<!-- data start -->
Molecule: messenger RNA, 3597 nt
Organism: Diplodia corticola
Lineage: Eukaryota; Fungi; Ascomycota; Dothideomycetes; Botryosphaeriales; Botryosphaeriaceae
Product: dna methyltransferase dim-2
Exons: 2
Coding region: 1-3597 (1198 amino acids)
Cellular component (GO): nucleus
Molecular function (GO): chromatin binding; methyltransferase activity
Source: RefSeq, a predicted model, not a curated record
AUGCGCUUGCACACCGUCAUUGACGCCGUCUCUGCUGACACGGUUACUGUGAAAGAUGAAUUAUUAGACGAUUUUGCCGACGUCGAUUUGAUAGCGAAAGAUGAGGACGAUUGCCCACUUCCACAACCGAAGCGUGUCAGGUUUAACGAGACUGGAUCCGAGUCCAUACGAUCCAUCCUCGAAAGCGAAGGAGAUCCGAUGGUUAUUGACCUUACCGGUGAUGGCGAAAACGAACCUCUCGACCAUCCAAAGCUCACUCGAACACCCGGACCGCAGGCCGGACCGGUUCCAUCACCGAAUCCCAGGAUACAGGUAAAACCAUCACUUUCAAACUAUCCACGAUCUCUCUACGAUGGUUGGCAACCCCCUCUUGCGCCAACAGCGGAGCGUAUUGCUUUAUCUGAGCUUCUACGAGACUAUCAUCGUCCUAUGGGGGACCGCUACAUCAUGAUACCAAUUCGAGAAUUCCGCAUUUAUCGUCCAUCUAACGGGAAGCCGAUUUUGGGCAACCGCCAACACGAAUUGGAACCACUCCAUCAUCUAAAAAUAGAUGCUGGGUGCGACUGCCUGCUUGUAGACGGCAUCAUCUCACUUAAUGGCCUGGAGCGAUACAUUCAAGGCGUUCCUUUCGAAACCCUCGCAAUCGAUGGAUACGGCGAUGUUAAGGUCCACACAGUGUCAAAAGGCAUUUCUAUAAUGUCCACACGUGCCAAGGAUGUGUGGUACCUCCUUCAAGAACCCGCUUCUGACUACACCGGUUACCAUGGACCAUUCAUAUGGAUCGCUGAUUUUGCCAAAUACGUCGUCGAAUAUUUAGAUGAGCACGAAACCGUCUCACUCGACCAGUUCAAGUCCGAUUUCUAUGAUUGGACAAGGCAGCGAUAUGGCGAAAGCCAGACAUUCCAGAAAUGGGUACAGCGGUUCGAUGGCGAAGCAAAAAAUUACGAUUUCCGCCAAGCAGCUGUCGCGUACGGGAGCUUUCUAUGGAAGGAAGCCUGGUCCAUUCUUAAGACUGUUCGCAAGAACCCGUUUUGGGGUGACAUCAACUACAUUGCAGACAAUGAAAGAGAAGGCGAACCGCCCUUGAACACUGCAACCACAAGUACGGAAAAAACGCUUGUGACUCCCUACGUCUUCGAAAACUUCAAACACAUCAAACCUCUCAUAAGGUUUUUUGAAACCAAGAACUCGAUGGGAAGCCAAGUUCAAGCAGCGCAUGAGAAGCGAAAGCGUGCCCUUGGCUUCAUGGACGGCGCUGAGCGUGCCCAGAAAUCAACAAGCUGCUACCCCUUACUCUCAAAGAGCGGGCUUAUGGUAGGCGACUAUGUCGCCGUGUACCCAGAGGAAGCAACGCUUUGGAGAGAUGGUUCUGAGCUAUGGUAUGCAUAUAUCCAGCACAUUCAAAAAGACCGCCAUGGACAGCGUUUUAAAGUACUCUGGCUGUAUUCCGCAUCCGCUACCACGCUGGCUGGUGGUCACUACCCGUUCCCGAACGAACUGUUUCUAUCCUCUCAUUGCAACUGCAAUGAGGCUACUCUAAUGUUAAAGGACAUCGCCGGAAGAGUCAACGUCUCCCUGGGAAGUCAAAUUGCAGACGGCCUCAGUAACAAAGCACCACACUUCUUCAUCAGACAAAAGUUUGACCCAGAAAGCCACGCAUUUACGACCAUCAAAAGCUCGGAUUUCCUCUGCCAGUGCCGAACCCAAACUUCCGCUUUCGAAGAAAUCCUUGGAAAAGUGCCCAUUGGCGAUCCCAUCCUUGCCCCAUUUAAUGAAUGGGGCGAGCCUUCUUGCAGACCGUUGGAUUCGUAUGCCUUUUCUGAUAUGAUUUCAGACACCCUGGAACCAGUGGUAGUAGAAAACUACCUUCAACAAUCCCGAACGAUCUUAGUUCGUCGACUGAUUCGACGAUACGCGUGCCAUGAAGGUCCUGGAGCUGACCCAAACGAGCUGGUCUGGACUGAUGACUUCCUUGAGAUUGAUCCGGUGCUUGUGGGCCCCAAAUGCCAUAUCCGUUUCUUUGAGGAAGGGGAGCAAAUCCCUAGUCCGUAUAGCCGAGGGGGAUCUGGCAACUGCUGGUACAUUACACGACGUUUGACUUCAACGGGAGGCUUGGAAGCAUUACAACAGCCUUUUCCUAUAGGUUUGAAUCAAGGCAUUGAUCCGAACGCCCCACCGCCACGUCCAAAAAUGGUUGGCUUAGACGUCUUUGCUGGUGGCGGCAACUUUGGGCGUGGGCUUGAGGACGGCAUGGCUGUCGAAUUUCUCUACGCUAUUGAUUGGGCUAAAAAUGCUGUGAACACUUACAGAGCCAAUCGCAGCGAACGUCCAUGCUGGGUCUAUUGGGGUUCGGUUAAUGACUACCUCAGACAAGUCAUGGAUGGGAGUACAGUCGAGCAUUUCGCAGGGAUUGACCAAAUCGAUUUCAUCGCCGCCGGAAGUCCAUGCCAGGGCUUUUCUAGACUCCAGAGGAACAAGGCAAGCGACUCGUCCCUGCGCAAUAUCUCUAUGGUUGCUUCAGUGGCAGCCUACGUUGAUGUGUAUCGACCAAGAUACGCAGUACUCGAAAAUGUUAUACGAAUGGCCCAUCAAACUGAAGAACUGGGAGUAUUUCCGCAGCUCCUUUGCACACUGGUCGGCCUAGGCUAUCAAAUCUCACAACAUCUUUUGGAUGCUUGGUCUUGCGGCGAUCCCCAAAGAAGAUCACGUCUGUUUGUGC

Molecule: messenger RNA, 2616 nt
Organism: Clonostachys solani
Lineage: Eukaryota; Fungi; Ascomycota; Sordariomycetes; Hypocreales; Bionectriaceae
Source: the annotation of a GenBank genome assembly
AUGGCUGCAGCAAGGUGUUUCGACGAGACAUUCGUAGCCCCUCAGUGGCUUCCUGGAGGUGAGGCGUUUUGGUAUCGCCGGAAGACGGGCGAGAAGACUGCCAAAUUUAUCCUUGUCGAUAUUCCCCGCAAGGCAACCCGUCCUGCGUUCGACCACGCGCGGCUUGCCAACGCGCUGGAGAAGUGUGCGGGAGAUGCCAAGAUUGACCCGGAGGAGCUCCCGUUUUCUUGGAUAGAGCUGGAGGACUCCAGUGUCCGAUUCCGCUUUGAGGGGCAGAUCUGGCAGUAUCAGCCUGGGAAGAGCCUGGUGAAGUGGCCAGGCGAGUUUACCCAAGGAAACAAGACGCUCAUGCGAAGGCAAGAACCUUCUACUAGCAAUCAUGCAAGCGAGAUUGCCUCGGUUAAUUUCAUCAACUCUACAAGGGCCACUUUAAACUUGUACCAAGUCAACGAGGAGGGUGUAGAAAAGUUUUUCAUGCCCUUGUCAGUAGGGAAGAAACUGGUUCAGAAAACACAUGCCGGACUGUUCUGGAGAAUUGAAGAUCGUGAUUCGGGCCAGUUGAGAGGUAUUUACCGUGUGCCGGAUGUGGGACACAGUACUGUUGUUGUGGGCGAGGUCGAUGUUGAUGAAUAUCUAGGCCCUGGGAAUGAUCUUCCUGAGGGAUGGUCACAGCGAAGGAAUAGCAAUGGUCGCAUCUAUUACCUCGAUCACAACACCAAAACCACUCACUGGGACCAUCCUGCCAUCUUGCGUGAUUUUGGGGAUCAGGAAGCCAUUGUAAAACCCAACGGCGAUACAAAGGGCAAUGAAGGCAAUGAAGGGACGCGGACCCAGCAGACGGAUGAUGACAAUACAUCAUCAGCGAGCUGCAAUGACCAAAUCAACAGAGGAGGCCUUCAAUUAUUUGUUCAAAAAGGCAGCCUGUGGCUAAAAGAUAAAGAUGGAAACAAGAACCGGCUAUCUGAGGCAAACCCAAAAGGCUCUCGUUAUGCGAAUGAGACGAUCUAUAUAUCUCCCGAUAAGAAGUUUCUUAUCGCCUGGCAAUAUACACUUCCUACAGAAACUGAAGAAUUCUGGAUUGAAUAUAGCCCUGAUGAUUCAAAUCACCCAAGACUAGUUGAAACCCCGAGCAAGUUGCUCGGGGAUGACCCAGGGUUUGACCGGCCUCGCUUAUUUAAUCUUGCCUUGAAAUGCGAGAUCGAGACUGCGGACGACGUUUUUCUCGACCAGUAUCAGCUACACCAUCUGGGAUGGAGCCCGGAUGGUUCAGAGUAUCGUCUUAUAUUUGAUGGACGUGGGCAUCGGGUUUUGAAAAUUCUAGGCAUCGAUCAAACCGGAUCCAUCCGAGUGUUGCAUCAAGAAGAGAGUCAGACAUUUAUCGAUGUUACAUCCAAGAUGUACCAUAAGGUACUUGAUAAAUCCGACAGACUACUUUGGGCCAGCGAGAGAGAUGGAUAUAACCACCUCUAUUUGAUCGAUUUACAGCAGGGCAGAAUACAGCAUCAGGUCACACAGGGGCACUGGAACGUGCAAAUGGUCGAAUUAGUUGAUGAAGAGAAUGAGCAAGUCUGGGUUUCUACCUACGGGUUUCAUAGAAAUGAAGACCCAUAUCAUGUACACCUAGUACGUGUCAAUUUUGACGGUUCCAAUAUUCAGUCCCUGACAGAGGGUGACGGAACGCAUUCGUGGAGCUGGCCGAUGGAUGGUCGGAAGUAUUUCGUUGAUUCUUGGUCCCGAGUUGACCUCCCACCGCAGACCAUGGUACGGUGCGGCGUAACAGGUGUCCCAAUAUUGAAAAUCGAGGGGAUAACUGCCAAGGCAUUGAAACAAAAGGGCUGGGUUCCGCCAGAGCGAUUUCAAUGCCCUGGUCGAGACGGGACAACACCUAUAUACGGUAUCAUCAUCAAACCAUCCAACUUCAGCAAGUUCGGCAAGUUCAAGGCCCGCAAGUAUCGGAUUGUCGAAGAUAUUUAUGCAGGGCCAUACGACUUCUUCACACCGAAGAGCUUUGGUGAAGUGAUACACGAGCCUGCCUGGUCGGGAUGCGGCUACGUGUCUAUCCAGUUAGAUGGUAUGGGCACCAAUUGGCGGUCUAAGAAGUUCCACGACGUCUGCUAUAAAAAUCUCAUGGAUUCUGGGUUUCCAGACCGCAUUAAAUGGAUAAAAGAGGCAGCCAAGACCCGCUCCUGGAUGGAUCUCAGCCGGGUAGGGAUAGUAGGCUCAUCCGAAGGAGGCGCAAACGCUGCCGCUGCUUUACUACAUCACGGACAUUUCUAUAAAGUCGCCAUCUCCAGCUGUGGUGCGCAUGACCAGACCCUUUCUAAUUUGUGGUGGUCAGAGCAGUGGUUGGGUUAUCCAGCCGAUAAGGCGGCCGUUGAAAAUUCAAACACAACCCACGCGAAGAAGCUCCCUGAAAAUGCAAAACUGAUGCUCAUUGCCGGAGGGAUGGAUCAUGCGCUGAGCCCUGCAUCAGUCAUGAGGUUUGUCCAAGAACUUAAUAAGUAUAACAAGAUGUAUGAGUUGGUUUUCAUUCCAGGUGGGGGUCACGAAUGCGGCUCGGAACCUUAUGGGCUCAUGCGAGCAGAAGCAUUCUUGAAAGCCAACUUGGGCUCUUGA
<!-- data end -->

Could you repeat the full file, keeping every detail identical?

Molecule: messenger RNA, 3597 nt
Organism: Diplodia corticola
Lineage: Eukaryota; Fungi; Ascomycota; Dothideomycetes; Botryosphaeriales; Botryosphaeriaceae
Product: dna methyltransferase dim-2
Exons: 2
Coding region: 1-3597 (1198 amino acids)
Cellular component (GO): nucleus
Molecular function (GO): chromatin binding; methyltransferase activity
Source: RefSeq, a predicted model, not a curated record
AUGCGCUUGCACACCGUCAUUGACGCCGUCUCUGCUGACACGGUUACUGUGAAAGAUGAAUUAUUAGACGAUUUUGCCGACGUCGAUUUGAUAGCGAAAGAUGAGGACGAUUGCCCACUUCCACAACCGAAGCGUGUCAGGUUUAACGAGACUGGAUCCGAGUCCAUACGAUCCAUCCUCGAAAGCGAAGGAGAUCCGAUGGUUAUUGACCUUACCGGUGAUGGCGAAAACGAACCUCUCGACCAUCCAAAGCUCACUCGAACACCCGGACCGCAGGCCGGACCGGUUCCAUCACCGAAUCCCAGGAUACAGGUAAAACCAUCACUUUCAAACUAUCCACGAUCUCUCUACGAUGGUUGGCAACCCCCUCUUGCGCCAACAGCGGAGCGUAUUGCUUUAUCUGAGCUUCUACGAGACUAUCAUCGUCCUAUGGGGGACCGCUACAUCAUGAUACCAAUUCGAGAAUUCCGCAUUUAUCGUCCAUCUAACGGGAAGCCGAUUUUGGGCAACCGCCAACACGAAUUGGAACCACUCCAUCAUCUAAAAAUAGAUGCUGGGUGCGACUGCCUGCUUGUAGACGGCAUCAUCUCACUUAAUGGCCUGGAGCGAUACAUUCAAGGCGUUCCUUUCGAAACCCUCGCAAUCGAUGGAUACGGCGAUGUUAAGGUCCACACAGUGUCAAAAGGCAUUUCUAUAAUGUCCACACGUGCCAAGGAUGUGUGGUACCUCCUUCAAGAACCCGCUUCUGACUACACCGGUUACCAUGGACCAUUCAUAUGGAUCGCUGAUUUUGCCAAAUACGUCGUCGAAUAUUUAGAUGAGCACGAAACCGUCUCACUCGACCAGUUCAAGUCCGAUUUCUAUGAUUGGACAAGGCAGCGAUAUGGCGAAAGCCAGACAUUCCAGAAAUGGGUACAGCGGUUCGAUGGCGAAGCAAAAAAUUACGAUUUCCGCCAAGCAGCUGUCGCGUACGGGAGCUUUCUAUGGAAGGAAGCCUGGUCCAUUCUUAAGACUGUUCGCAAGAACCCGUUUUGGGGUGACAUCAACUACAUUGCAGACAAUGAAAGAGAAGGCGAACCGCCCUUGAACACUGCAACCACAAGUACGGAAAAAACGCUUGUGACUCCCUACGUCUUCGAAAACUUCAAACACAUCAAACCUCUCAUAAGGUUUUUUGAAACCAAGAACUCGAUGGGAAGCCAAGUUCAAGCAGCGCAUGAGAAGCGAAAGCGUGCCCUUGGCUUCAUGGACGGCGCUGAGCGUGCCCAGAAAUCAACAAGCUGCUACCCCUUACUCUCAAAGAGCGGGCUUAUGGUAGGCGACUAUGUCGCCGUGUACCCAGAGGAAGCAACGCUUUGGAGAGAUGGUUCUGAGCUAUGGUAUGCAUAUAUCCAGCACAUUCAAAAAGACCGCCAUGGACAGCGUUUUAAAGUACUCUGGCUGUAUUCCGCAUCCGCUACCACGCUGGCUGGUGGUCACUACCCGUUCCCGAACGAACUGUUUCUAUCCUCUCAUUGCAACUGCAAUGAGGCUACUCUAAUGUUAAAGGACAUCGCCGGAAGAGUCAACGUCUCCCUGGGAAGUCAAAUUGCAGACGGCCUCAGUAACAAAGCACCACACUUCUUCAUCAGACAAAAGUUUGACCCAGAAAGCCACGCAUUUACGACCAUCAAAAGCUCGGAUUUCCUCUGCCAGUGCCGAACCCAAACUUCCGCUUUCGAAGAAAUCCUUGGAAAAGUGCCCAUUGGCGAUCCCAUCCUUGCCCCAUUUAAUGAAUGGGGCGAGCCUUCUUGCAGACCGUUGGAUUCGUAUGCCUUUUCUGAUAUGAUUUCAGACACCCUGGAACCAGUGGUAGUAGAAAACUACCUUCAACAAUCCCGAACGAUCUUAGUUCGUCGACUGAUUCGACGAUACGCGUGCCAUGAAGGUCCUGGAGCUGACCCAAACGAGCUGGUCUGGACUGAUGACUUCCUUGAGAUUGAUCCGGUGCUUGUGGGCCCCAAAUGCCAUAUCCGUUUCUUUGAGGAAGGGGAGCAAAUCCCUAGUCCGUAUAGCCGAGGGGGAUCUGGCAACUGCUGGUACAUUACACGACGUUUGACUUCAACGGGAGGCUUGGAAGCAUUACAACAGCCUUUUCCUAUAGGUUUGAAUCAAGGCAUUGAUCCGAACGCCCCACCGCCACGUCCAAAAAUGGUUGGCUUAGACGUCUUUGCUGGUGGCGGCAACUUUGGGCGUGGGCUUGAGGACGGCAUGGCUGUCGAAUUUCUCUACGCUAUUGAUUGGGCUAAAAAUGCUGUGAACACUUACAGAGCCAAUCGCAGCGAACGUCCAUGCUGGGUCUAUUGGGGUUCGGUUAAUGACUACCUCAGACAAGUCAUGGAUGGGAGUACAGUCGAGCAUUUCGCAGGGAUUGACCAAAUCGAUUUCAUCGCCGCCGGAAGUCCAUGCCAGGGCUUUUCUAGACUCCAGAGGAACAAGGCAAGCGACUCGUCCCUGCGCAAUAUCUCUAUGGUUGCUUCAGUGGCAGCCUACGUUGAUGUGUAUCGACCAAGAUACGCAGUACUCGAAAAUGUUAUACGAAUGGCCCAUCAAACUGAAGAACUGGGAGUAUUUCCGCAGCUCCUUUGCACACUGGUCGGCCUAGGCUAUCAAAUCUCACAACAUCUUUUGGAUGCUUGGUCUUGCGGCGAUCCCCAAAGAAGAUCACGUCUGUUUGUGC

Molecule: messenger RNA, 2616 nt
Organism: Clonostachys solani
Lineage: Eukaryota; Fungi; Ascomycota; Sordariomycetes; Hypocreales; Bionectriaceae
Source: the annotation of a GenBank genome assembly
AUGGCUGCAGCAAGGUGUUUCGACGAGACAUUCGUAGCCCCUCAGUGGCUUCCUGGAGGUGAGGCGUUUUGGUAUCGCCGGAAGACGGGCGAGAAGACUGCCAAAUUUAUCCUUGUCGAUAUUCCCCGCAAGGCAACCCGUCCUGCGUUCGACCACGCGCGGCUUGCCAACGCGCUGGAGAAGUGUGCGGGAGAUGCCAAGAUUGACCCGGAGGAGCUCCCGUUUUCUUGGAUAGAGCUGGAGGACUCCAGUGUCCGAUUCCGCUUUGAGGGGCAGAUCUGGCAGUAUCAGCCUGGGAAGAGCCUGGUGAAGUGGCCAGGCGAGUUUACCCAAGGAAACAAGACGCUCAUGCGAAGGCAAGAACCUUCUACUAGCAAUCAUGCAAGCGAGAUUGCCUCGGUUAAUUUCAUCAACUCUACAAGGGCCACUUUAAACUUGUACCAAGUCAACGAGGAGGGUGUAGAAAAGUUUUUCAUGCCCUUGUCAGUAGGGAAGAAACUGGUUCAGAAAACACAUGCCGGACUGUUCUGGAGAAUUGAAGAUCGUGAUUCGGGCCAGUUGAGAGGUAUUUACCGUGUGCCGGAUGUGGGACACAGUACUGUUGUUGUGGGCGAGGUCGAUGUUGAUGAAUAUCUAGGCCCUGGGAAUGAUCUUCCUGAGGGAUGGUCACAGCGAAGGAAUAGCAAUGGUCGCAUCUAUUACCUCGAUCACAACACCAAAACCACUCACUGGGACCAUCCUGCCAUCUUGCGUGAUUUUGGGGAUCAGGAAGCCAUUGUAAAACCCAACGGCGAUACAAAGGGCAAUGAAGGCAAUGAAGGGACGCGGACCCAGCAGACGGAUGAUGACAAUACAUCAUCAGCGAGCUGCAAUGACCAAAUCAACAGAGGAGGCCUUCAAUUAUUUGUUCAAAAAGGCAGCCUGUGGCUAAAAGAUAAAGAUGGAAACAAGAACCGGCUAUCUGAGGCAAACCCAAAAGGCUCUCGUUAUGCGAAUGAGACGAUCUAUAUAUCUCCCGAUAAGAAGUUUCUUAUCGCCUGGCAAUAUACACUUCCUACAGAAACUGAAGAAUUCUGGAUUGAAUAUAGCCCUGAUGAUUCAAAUCACCCAAGACUAGUUGAAACCCCGAGCAAGUUGCUCGGGGAUGACCCAGGGUUUGACCGGCCUCGCUUAUUUAAUCUUGCCUUGAAAUGCGAGAUCGAGACUGCGGACGACGUUUUUCUCGACCAGUAUCAGCUACACCAUCUGGGAUGGAGCCCGGAUGGUUCAGAGUAUCGUCUUAUAUUUGAUGGACGUGGGCAUCGGGUUUUGAAAAUUCUAGGCAUCGAUCAAACCGGAUCCAUCCGAGUGUUGCAUCAAGAAGAGAGUCAGACAUUUAUCGAUGUUACAUCCAAGAUGUACCAUAAGGUACUUGAUAAAUCCGACAGACUACUUUGGGCCAGCGAGAGAGAUGGAUAUAACCACCUCUAUUUGAUCGAUUUACAGCAGGGCAGAAUACAGCAUCAGGUCACACAGGGGCACUGGAACGUGCAAAUGGUCGAAUUAGUUGAUGAAGAGAAUGAGCAAGUCUGGGUUUCUACCUACGGGUUUCAUAGAAAUGAAGACCCAUAUCAUGUACACCUAGUACGUGUCAAUUUUGACGGUUCCAAUAUUCAGUCCCUGACAGAGGGUGACGGAACGCAUUCGUGGAGCUGGCCGAUGGAUGGUCGGAAGUAUUUCGUUGAUUCUUGGUCCCGAGUUGACCUCCCACCGCAGACCAUGGUACGGUGCGGCGUAACAGGUGUCCCAAUAUUGAAAAUCGAGGGGAUAACUGCCAAGGCAUUGAAACAAAAGGGCUGGGUUCCGCCAGAGCGAUUUCAAUGCCCUGGUCGAGACGGGACAACACCUAUAUACGGUAUCAUCAUCAAACCAUCCAACUUCAGCAAGUUCGGCAAGUUCAAGGCCCGCAAGUAUCGGAUUGUCGAAGAUAUUUAUGCAGGGCCAUACGACUUCUUCACACCGAAGAGCUUUGGUGAAGUGAUACACGAGCCUGCCUGGUCGGGAUGCGGCUACGUGUCUAUCCAGUUAGAUGGUAUGGGCACCAAUUGGCGGUCUAAGAAGUUCCACGACGUCUGCUAUAAAAAUCUCAUGGAUUCUGGGUUUCCAGACCGCAUUAAAUGGAUAAAAGAGGCAGCCAAGACCCGCUCCUGGAUGGAUCUCAGCCGGGUAGGGAUAGUAGGCUCAUCCGAAGGAGGCGCAAACGCUGCCGCUGCUUUACUACAUCACGGACAUUUCUAUAAAGUCGCCAUCUCCAGCUGUGGUGCGCAUGACCAGACCCUUUCUAAUUUGUGGUGGUCAGAGCAGUGGUUGGGUUAUCCAGCCGAUAAGGCGGCCGUUGAAAAUUCAAACACAACCCACGCGAAGAAGCUCCCUGAAAAUGCAAAACUGAUGCUCAUUGCCGGAGGGAUGGAUCAUGCGCUGAGCCCUGCAUCAGUCAUGAGGUUUGUCCAAGAACUUAAUAAGUAUAACAAGAUGUAUGAGUUGGUUUUCAUUCCAGGUGGGGGUCACGAAUGCGGCUCGGAACCUUAUGGGCUCAUGCGAGCAGAAGCAUUCUUGAAAGCCAACUUGGGCUCUUGA